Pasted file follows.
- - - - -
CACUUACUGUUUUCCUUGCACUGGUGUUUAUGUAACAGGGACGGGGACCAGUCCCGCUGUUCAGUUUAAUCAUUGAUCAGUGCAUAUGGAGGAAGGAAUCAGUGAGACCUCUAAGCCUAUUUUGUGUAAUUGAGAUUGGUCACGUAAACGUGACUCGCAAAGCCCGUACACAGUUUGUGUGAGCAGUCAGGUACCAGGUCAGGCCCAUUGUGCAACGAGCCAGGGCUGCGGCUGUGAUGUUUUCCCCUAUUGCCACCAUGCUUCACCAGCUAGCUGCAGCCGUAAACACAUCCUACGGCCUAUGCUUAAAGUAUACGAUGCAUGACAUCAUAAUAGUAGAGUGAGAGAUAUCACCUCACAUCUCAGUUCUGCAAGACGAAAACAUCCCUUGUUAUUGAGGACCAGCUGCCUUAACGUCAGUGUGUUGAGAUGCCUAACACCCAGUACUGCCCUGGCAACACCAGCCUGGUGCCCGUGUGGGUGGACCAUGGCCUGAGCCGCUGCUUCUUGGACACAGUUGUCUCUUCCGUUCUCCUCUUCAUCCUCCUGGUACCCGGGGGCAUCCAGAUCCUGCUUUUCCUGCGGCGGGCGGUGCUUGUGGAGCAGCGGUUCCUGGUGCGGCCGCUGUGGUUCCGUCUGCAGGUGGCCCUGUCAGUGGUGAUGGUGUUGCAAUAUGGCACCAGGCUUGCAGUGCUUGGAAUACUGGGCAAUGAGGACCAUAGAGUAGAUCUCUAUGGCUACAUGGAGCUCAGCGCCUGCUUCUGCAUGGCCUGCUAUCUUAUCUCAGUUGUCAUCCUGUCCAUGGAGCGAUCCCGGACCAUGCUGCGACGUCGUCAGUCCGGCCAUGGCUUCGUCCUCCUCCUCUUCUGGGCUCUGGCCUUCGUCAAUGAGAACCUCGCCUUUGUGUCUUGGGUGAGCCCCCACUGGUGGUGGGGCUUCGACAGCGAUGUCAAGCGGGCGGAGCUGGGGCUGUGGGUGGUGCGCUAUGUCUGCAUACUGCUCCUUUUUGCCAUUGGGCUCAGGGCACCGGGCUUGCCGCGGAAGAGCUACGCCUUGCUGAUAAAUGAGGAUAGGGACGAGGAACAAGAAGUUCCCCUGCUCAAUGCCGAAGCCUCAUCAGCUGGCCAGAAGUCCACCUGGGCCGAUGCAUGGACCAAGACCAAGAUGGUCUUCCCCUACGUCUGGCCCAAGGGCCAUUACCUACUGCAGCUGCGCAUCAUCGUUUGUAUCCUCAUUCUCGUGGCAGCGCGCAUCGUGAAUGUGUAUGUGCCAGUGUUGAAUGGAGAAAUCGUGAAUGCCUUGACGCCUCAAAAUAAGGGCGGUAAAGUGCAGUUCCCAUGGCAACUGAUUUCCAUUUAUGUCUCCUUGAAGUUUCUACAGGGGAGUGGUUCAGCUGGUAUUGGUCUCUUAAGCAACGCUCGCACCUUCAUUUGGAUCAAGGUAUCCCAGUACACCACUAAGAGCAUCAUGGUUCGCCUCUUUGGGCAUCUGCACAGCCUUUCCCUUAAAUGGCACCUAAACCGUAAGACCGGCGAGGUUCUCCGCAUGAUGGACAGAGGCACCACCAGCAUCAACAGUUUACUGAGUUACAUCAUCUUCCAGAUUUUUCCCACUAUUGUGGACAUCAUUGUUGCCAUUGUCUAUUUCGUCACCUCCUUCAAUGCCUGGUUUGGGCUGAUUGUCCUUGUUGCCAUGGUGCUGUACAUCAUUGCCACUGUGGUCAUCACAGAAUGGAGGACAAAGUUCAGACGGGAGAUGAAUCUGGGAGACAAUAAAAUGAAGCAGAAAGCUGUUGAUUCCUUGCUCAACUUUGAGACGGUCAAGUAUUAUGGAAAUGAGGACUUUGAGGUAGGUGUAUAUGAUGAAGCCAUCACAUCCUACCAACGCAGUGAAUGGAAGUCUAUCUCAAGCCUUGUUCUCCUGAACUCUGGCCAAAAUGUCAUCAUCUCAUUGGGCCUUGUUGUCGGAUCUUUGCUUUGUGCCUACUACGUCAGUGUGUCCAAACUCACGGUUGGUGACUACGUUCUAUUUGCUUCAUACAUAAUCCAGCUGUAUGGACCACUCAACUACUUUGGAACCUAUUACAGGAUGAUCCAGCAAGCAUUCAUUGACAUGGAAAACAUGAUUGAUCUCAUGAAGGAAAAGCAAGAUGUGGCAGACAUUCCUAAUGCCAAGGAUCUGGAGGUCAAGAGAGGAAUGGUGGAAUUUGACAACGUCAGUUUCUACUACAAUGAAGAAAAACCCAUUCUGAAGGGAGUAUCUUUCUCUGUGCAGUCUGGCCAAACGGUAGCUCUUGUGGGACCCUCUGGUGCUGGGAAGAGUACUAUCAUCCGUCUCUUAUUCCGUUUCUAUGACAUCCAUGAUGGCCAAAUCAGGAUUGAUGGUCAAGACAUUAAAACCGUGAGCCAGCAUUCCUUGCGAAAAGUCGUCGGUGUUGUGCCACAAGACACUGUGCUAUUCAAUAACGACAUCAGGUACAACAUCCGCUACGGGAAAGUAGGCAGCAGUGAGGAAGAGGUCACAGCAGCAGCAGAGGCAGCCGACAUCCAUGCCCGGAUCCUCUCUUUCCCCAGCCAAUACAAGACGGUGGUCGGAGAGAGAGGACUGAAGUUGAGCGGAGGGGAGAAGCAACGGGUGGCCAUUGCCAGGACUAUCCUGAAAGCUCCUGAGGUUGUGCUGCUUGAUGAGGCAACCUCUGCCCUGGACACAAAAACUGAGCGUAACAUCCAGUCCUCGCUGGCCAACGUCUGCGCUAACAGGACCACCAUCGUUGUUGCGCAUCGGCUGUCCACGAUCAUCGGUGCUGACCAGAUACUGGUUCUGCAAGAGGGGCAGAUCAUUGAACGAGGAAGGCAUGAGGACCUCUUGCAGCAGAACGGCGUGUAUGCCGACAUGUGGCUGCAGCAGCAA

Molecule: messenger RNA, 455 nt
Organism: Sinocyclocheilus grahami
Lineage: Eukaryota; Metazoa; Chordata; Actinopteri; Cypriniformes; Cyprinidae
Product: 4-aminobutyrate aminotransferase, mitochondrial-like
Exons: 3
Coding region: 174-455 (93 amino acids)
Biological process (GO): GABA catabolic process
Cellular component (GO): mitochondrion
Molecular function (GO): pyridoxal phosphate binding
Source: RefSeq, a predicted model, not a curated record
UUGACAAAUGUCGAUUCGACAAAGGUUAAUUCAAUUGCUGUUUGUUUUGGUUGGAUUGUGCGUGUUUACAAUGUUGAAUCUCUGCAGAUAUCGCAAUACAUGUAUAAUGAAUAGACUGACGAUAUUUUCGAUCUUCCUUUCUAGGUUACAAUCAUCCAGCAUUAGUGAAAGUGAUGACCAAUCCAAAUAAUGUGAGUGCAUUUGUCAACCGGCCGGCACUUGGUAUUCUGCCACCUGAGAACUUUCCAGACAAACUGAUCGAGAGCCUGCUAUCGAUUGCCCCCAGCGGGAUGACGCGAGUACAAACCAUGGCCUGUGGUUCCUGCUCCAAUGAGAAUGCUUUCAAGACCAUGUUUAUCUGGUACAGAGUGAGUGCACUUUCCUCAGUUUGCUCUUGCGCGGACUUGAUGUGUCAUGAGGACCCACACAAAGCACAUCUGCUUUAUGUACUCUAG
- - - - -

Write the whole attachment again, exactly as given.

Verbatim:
CACUUACUGUUUUCCUUGCACUGGUGUUUAUGUAACAGGGACGGGGACCAGUCCCGCUGUUCAGUUUAAUCAUUGAUCAGUGCAUAUGGAGGAAGGAAUCAGUGAGACCUCUAAGCCUAUUUUGUGUAAUUGAGAUUGGUCACGUAAACGUGACUCGCAAAGCCCGUACACAGUUUGUGUGAGCAGUCAGGUACCAGGUCAGGCCCAUUGUGCAACGAGCCAGGGCUGCGGCUGUGAUGUUUUCCCCUAUUGCCACCAUGCUUCACCAGCUAGCUGCAGCCGUAAACACAUCCUACGGCCUAUGCUUAAAGUAUACGAUGCAUGACAUCAUAAUAGUAGAGUGAGAGAUAUCACCUCACAUCUCAGUUCUGCAAGACGAAAACAUCCCUUGUUAUUGAGGACCAGCUGCCUUAACGUCAGUGUGUUGAGAUGCCUAACACCCAGUACUGCCCUGGCAACACCAGCCUGGUGCCCGUGUGGGUGGACCAUGGCCUGAGCCGCUGCUUCUUGGACACAGUUGUCUCUUCCGUUCUCCUCUUCAUCCUCCUGGUACCCGGGGGCAUCCAGAUCCUGCUUUUCCUGCGGCGGGCGGUGCUUGUGGAGCAGCGGUUCCUGGUGCGGCCGCUGUGGUUCCGUCUGCAGGUGGCCCUGUCAGUGGUGAUGGUGUUGCAAUAUGGCACCAGGCUUGCAGUGCUUGGAAUACUGGGCAAUGAGGACCAUAGAGUAGAUCUCUAUGGCUACAUGGAGCUCAGCGCCUGCUUCUGCAUGGCCUGCUAUCUUAUCUCAGUUGUCAUCCUGUCCAUGGAGCGAUCCCGGACCAUGCUGCGACGUCGUCAGUCCGGCCAUGGCUUCGUCCUCCUCCUCUUCUGGGCUCUGGCCUUCGUCAAUGAGAACCUCGCCUUUGUGUCUUGGGUGAGCCCCCACUGGUGGUGGGGCUUCGACAGCGAUGUCAAGCGGGCGGAGCUGGGGCUGUGGGUGGUGCGCUAUGUCUGCAUACUGCUCCUUUUUGCCAUUGGGCUCAGGGCACCGGGCUUGCCGCGGAAGAGCUACGCCUUGCUGAUAAAUGAGGAUAGGGACGAGGAACAAGAAGUUCCCCUGCUCAAUGCCGAAGCCUCAUCAGCUGGCCAGAAGUCCACCUGGGCCGAUGCAUGGACCAAGACCAAGAUGGUCUUCCCCUACGUCUGGCCCAAGGGCCAUUACCUACUGCAGCUGCGCAUCAUCGUUUGUAUCCUCAUUCUCGUGGCAGCGCGCAUCGUGAAUGUGUAUGUGCCAGUGUUGAAUGGAGAAAUCGUGAAUGCCUUGACGCCUCAAAAUAAGGGCGGUAAAGUGCAGUUCCCAUGGCAACUGAUUUCCAUUUAUGUCUCCUUGAAGUUUCUACAGGGGAGUGGUUCAGCUGGUAUUGGUCUCUUAAGCAACGCUCGCACCUUCAUUUGGAUCAAGGUAUCCCAGUACACCACUAAGAGCAUCAUGGUUCGCCUCUUUGGGCAUCUGCACAGCCUUUCCCUUAAAUGGCACCUAAACCGUAAGACCGGCGAGGUUCUCCGCAUGAUGGACAGAGGCACCACCAGCAUCAACAGUUUACUGAGUUACAUCAUCUUCCAGAUUUUUCCCACUAUUGUGGACAUCAUUGUUGCCAUUGUCUAUUUCGUCACCUCCUUCAAUGCCUGGUUUGGGCUGAUUGUCCUUGUUGCCAUGGUGCUGUACAUCAUUGCCACUGUGGUCAUCACAGAAUGGAGGACAAAGUUCAGACGGGAGAUGAAUCUGGGAGACAAUAAAAUGAAGCAGAAAGCUGUUGAUUCCUUGCUCAACUUUGAGACGGUCAAGUAUUAUGGAAAUGAGGACUUUGAGGUAGGUGUAUAUGAUGAAGCCAUCACAUCCUACCAACGCAGUGAAUGGAAGUCUAUCUCAAGCCUUGUUCUCCUGAACUCUGGCCAAAAUGUCAUCAUCUCAUUGGGCCUUGUUGUCGGAUCUUUGCUUUGUGCCUACUACGUCAGUGUGUCCAAACUCACGGUUGGUGACUACGUUCUAUUUGCUUCAUACAUAAUCCAGCUGUAUGGACCACUCAACUACUUUGGAACCUAUUACAGGAUGAUCCAGCAAGCAUUCAUUGACAUGGAAAACAUGAUUGAUCUCAUGAAGGAAAAGCAAGAUGUGGCAGACAUUCCUAAUGCCAAGGAUCUGGAGGUCAAGAGAGGAAUGGUGGAAUUUGACAACGUCAGUUUCUACUACAAUGAAGAAAAACCCAUUCUGAAGGGAGUAUCUUUCUCUGUGCAGUCUGGCCAAACGGUAGCUCUUGUGGGACCCUCUGGUGCUGGGAAGAGUACUAUCAUCCGUCUCUUAUUCCGUUUCUAUGACAUCCAUGAUGGCCAAAUCAGGAUUGAUGGUCAAGACAUUAAAACCGUGAGCCAGCAUUCCUUGCGAAAAGUCGUCGGUGUUGUGCCACAAGACACUGUGCUAUUCAAUAACGACAUCAGGUACAACAUCCGCUACGGGAAAGUAGGCAGCAGUGAGGAAGAGGUCACAGCAGCAGCAGAGGCAGCCGACAUCCAUGCCCGGAUCCUCUCUUUCCCCAGCCAAUACAAGACGGUGGUCGGAGAGAGAGGACUGAAGUUGAGCGGAGGGGAGAAGCAACGGGUGGCCAUUGCCAGGACUAUCCUGAAAGCUCCUGAGGUUGUGCUGCUUGAUGAGGCAACCUCUGCCCUGGACACAAAAACUGAGCGUAACAUCCAGUCCUCGCUGGCCAACGUCUGCGCUAACAGGACCACCAUCGUUGUUGCGCAUCGGCUGUCCACGAUCAUCGGUGCUGACCAGAUACUGGUUCUGCAAGAGGGGCAGAUCAUUGAACGAGGAAGGCAUGAGGACCUCUUGCAGCAGAACGGCGUGUAUGCCGACAUGUGGCUGCAGCAGCAA

Molecule: messenger RNA, 455 nt
Organism: Sinocyclocheilus grahami
Lineage: Eukaryota; Metazoa; Chordata; Actinopteri; Cypriniformes; Cyprinidae
Product: 4-aminobutyrate aminotransferase, mitochondrial-like
Exons: 3
Coding region: 174-455 (93 amino acids)
Biological process (GO): GABA catabolic process
Cellular component (GO): mitochondrion
Molecular function (GO): pyridoxal phosphate binding
Source: RefSeq, a predicted model, not a curated record
UUGACAAAUGUCGAUUCGACAAAGGUUAAUUCAAUUGCUGUUUGUUUUGGUUGGAUUGUGCGUGUUUACAAUGUUGAAUCUCUGCAGAUAUCGCAAUACAUGUAUAAUGAAUAGACUGACGAUAUUUUCGAUCUUCCUUUCUAGGUUACAAUCAUCCAGCAUUAGUGAAAGUGAUGACCAAUCCAAAUAAUGUGAGUGCAUUUGUCAACCGGCCGGCACUUGGUAUUCUGCCACCUGAGAACUUUCCAGACAAACUGAUCGAGAGCCUGCUAUCGAUUGCCCCCAGCGGGAUGACGCGAGUACAAACCAUGGCCUGUGGUUCCUGCUCCAAUGAGAAUGCUUUCAAGACCAUGUUUAUCUGGUACAGAGUGAGUGCACUUUCCUCAGUUUGCUCUUGCGCGGACUUGAUGUGUCAUGAGGACCCACACAAAGCACAUCUGCUUUAUGUACUCUAG